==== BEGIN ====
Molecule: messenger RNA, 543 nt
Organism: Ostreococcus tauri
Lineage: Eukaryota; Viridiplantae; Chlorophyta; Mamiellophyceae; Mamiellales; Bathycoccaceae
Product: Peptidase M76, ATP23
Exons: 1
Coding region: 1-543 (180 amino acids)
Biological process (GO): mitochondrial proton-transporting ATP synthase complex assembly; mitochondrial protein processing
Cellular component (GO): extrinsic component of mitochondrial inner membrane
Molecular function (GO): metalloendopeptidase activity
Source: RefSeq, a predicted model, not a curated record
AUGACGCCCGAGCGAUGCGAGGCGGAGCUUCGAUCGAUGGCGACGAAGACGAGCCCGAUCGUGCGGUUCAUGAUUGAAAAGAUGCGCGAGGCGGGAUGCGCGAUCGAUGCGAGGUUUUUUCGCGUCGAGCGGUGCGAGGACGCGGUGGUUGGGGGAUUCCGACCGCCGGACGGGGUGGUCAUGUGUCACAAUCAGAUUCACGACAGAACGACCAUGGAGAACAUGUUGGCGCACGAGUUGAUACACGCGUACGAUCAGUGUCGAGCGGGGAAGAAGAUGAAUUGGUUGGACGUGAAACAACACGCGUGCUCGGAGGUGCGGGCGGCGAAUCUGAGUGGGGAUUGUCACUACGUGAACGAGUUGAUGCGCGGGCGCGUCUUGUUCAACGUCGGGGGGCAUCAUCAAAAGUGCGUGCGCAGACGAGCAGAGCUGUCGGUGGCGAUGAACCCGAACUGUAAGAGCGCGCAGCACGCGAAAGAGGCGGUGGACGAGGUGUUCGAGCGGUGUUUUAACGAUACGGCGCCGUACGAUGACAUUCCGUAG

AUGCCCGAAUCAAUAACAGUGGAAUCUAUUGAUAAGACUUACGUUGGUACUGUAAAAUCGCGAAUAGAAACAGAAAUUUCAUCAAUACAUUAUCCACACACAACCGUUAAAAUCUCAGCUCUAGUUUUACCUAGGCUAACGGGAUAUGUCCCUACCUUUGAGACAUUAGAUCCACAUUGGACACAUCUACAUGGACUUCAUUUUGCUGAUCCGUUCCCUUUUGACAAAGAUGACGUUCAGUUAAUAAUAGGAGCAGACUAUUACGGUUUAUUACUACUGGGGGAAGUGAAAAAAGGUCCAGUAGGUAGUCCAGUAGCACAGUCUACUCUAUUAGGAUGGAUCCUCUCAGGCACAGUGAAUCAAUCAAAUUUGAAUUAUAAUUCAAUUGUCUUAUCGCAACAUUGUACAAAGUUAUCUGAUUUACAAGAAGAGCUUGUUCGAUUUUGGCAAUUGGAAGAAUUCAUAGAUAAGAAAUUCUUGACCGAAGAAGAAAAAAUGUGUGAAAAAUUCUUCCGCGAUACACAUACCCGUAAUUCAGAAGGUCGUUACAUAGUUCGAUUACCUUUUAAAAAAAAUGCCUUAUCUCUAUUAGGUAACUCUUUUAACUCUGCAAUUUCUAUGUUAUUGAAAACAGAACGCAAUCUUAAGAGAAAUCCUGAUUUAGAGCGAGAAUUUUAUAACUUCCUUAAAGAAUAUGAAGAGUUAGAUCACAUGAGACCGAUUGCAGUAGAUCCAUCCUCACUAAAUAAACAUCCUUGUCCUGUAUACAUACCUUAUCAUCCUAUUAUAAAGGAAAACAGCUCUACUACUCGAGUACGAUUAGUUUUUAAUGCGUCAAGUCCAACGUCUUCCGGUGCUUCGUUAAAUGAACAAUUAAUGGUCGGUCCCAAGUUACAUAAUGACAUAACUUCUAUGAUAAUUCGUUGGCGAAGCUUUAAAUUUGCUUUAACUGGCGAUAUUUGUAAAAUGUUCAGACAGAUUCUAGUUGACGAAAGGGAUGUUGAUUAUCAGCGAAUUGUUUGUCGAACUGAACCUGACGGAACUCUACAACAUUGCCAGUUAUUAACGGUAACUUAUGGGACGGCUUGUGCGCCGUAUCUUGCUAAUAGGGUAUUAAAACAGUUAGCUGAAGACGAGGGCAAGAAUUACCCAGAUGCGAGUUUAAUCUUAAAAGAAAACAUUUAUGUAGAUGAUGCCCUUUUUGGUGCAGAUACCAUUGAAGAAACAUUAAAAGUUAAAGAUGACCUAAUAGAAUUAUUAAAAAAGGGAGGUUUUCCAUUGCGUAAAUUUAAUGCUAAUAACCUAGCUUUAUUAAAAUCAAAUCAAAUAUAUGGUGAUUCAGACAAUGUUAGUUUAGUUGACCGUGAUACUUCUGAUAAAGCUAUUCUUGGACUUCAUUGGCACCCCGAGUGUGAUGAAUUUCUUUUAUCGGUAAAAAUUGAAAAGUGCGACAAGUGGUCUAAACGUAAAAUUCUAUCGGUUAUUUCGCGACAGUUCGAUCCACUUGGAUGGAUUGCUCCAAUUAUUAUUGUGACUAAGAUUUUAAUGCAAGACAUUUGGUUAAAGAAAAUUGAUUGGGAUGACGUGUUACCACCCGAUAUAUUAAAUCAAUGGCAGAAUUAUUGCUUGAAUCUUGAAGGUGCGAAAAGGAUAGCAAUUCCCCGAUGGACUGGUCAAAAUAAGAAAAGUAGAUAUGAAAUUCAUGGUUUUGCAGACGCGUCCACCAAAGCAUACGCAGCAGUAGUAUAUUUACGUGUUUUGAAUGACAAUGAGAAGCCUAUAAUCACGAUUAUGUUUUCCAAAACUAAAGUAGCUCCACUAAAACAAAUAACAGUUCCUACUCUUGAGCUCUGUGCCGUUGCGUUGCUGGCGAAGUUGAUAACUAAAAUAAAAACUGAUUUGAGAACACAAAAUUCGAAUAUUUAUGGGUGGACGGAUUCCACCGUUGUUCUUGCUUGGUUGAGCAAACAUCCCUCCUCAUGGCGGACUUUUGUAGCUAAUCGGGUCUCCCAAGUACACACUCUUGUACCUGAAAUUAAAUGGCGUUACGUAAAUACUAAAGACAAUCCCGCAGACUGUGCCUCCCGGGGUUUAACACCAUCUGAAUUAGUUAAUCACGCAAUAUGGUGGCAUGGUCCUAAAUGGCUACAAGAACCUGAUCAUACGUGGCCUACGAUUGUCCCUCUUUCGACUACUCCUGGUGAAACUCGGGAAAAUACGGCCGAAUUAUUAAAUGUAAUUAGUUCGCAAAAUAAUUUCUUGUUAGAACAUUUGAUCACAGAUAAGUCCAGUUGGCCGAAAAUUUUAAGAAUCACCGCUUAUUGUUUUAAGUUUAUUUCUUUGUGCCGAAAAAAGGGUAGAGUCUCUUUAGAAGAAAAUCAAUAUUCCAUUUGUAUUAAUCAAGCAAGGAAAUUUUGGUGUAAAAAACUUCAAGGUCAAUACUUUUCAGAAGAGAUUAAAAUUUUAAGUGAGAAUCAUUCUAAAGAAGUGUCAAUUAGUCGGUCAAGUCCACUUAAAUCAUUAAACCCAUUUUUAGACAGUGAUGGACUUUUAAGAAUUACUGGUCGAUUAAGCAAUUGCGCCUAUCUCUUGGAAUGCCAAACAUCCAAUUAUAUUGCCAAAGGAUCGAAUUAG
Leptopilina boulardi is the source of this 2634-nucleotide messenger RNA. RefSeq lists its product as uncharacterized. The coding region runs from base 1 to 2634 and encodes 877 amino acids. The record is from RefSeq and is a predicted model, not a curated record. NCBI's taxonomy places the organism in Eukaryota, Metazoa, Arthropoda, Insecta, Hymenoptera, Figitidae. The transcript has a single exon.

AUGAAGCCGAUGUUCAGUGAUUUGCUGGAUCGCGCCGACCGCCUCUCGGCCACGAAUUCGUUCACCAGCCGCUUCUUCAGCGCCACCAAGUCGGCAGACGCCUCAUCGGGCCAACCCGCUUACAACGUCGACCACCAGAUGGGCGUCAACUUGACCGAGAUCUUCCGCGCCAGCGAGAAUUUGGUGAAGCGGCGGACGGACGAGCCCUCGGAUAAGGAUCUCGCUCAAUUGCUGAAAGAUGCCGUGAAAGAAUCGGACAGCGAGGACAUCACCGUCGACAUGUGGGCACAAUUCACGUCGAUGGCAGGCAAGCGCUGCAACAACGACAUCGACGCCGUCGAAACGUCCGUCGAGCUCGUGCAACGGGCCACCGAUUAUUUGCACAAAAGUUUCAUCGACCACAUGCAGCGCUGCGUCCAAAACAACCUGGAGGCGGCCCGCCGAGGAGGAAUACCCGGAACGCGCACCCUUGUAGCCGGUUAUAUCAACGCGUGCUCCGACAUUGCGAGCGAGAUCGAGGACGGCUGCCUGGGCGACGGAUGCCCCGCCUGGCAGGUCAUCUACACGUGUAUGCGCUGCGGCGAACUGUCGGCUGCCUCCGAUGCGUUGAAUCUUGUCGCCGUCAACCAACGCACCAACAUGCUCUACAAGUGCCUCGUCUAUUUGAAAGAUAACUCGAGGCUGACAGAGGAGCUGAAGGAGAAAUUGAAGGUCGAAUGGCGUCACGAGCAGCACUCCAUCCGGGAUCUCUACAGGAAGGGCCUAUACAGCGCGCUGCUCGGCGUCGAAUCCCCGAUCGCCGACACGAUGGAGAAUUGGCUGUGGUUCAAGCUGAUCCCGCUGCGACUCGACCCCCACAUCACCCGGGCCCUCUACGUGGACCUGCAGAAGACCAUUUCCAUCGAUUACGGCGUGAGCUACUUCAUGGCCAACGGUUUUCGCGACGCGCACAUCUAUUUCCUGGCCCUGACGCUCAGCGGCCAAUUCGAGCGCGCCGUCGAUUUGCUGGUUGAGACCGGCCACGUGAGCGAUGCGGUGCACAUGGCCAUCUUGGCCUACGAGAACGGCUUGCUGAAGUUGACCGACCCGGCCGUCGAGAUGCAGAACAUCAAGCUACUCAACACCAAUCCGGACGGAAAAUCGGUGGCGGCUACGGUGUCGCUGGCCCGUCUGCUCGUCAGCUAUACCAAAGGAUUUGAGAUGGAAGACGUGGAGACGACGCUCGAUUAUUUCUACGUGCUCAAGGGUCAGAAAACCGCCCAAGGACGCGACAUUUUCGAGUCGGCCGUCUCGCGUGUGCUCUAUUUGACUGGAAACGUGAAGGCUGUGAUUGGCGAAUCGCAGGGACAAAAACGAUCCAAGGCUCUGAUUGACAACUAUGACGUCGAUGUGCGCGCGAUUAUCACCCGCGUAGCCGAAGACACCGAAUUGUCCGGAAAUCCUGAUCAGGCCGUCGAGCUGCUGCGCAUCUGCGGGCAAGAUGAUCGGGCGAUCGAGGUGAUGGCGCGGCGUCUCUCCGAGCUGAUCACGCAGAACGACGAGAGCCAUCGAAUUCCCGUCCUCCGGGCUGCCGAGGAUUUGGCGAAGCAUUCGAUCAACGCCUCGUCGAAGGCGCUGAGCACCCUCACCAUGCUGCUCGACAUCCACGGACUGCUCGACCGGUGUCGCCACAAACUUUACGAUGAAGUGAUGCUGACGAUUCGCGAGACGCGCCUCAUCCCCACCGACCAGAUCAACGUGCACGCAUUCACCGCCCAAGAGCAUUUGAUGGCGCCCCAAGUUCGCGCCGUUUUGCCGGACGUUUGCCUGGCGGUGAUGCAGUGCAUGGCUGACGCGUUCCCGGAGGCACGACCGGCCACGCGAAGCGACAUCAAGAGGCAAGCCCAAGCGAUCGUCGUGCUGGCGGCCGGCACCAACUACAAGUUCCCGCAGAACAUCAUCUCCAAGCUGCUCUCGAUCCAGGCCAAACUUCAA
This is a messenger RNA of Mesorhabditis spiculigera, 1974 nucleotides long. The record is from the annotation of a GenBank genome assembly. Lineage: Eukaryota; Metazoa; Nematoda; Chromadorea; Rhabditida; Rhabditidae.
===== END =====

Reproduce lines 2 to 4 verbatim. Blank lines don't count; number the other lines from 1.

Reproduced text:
Organism: Ostreococcus tauri
Lineage: Eukaryota; Viridiplantae; Chlorophyta; Mamiellophyceae; Mamiellales; Bathycoccaceae
Product: Peptidase M76, ATP23